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Representation of Folk Tantra: An enquiry into the Rati Khowa Sect in Assam

by NILAM KAKATI

In recent times, the category of folk Tantra has evolved in the study of the Tantric tradition. The category as initiated by June McDaniel in her work is applied for the case study of the Bengal region in India. The new category marks a sharp distinction from the classical Tantra. The study attempts to explore the category further and expand it into the area of Assam in India. The Rati Khowa sect grew after the schism in the popular Vaishnavite movement in Assam. The sect is of esoteric nature which displays the amalgamation of Vaishnavite and Tantric elements. It could be seen in a few districts of Assam. The rituals practised by the sect comes under the left- hand path of Tantra and thus are not approved by the societal norms. Rituals are open only to the participants practised in secret and excluding the outsiders completely. The study will attempt to view the Rati Khowa sect as a folk tantric category. In the process, it will also examine that the category of folk Tantra in Assam is dissimilar to the category of folk Tantra in Bengal as viewed by June McDaniel.

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The Anthropology of Dress: A Study in the change of Assamese women dress in Assam

by SIWANI MECH and DEBARSHI PRASAD NATH

As a cultural artefact, the dress holds an important position in everyday life. Other than covering one’s body, it is representational and can be linked to questions of identity, nationalism, status, class and caste. This paper highlights the importance of clothing as a significant part of material culture and analysing the factors that have influenced the change in women’s dress in different periods during the twentieth century Assam. It discusses the symbolic value and meaning attached to the dress and explains how it becomes a carrier of ethnic identity and class. The finding in the study is based on a structured interview using a visual ethnographic tool (photographs) as well as literature selected purposively.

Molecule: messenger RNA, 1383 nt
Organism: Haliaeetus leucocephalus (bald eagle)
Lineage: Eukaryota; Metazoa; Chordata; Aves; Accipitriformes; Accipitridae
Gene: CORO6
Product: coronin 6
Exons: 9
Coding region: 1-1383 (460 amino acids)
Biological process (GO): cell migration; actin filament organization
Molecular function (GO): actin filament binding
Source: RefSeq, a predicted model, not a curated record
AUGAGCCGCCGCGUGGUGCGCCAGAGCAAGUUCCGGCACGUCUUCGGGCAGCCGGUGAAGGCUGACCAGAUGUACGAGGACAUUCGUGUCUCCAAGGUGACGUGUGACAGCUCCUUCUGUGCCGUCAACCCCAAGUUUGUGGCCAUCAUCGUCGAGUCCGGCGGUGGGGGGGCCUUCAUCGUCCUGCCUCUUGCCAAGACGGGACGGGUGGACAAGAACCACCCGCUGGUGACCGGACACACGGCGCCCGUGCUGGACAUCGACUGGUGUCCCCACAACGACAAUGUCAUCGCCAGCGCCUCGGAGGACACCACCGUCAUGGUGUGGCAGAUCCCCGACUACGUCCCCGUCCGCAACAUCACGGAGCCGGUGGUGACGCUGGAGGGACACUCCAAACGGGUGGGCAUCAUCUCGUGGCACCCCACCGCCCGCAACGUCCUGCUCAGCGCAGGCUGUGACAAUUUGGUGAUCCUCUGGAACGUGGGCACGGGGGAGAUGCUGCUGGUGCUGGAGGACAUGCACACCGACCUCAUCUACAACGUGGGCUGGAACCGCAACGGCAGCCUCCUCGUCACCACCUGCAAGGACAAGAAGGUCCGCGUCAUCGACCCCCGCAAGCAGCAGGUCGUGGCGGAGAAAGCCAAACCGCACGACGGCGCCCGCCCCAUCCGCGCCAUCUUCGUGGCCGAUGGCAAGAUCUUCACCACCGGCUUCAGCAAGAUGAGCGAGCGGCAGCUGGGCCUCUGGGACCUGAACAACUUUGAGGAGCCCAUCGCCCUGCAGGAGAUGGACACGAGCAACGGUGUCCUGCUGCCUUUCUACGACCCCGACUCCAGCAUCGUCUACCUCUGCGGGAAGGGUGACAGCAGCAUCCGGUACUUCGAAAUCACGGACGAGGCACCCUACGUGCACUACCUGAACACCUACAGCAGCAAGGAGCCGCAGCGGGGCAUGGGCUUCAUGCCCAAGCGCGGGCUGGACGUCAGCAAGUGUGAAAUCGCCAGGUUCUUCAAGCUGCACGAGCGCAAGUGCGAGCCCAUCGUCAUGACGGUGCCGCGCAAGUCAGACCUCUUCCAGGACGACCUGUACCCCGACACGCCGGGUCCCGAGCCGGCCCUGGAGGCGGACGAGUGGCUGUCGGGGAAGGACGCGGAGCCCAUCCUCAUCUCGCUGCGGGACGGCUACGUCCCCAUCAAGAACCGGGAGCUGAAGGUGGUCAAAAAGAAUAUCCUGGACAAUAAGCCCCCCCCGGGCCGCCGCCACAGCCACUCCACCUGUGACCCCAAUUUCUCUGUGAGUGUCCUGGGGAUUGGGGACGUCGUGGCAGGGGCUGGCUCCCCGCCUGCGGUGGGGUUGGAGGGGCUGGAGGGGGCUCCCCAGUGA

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Family and Marriage among the Tai Khamti of Arunachal Pradesh: A Study on Social Changes and Continuity

by HEEROCK JYOTI BARUAH

The North-Eastern region of the Indian sub-continent marks the amalgamation of populations and cultures belonging to different ethnic communities that reflect location-specific distinct ways of life but, tend to co-exist peacefully preserving their unique traditions. The state of Arunachal Pradesh shelters a total of twenty-six major tribes and around a hundred sub-tribes, each one of them reflecting a unique cultural tradition. Although most of these tribes inhabit the rural areas of the state devoid of many modern facilities, yet the growing need for better employment, the urge for improving socio-economic conditions has led to migration either temporary or permanent to the urban centres and over years contributed to the loosening of the traditional culture structure. The spread of modern education also bears an impact on the traditional values and beliefs among these tribes. With this in consideration, the present study aims to understand the nature of changes in the institution of marriage and family of the Tai Khamti tribe of Arunachal Pradesh. This study highlights the ongoing process of urbanisation, acculturation, and modernisation among the tribe which has affected their core institutions over years.

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Associations of Menopause and Cancer in Global Scenario in post-menopausal women

by CHHANDIKA ROY and NITISH MONDAL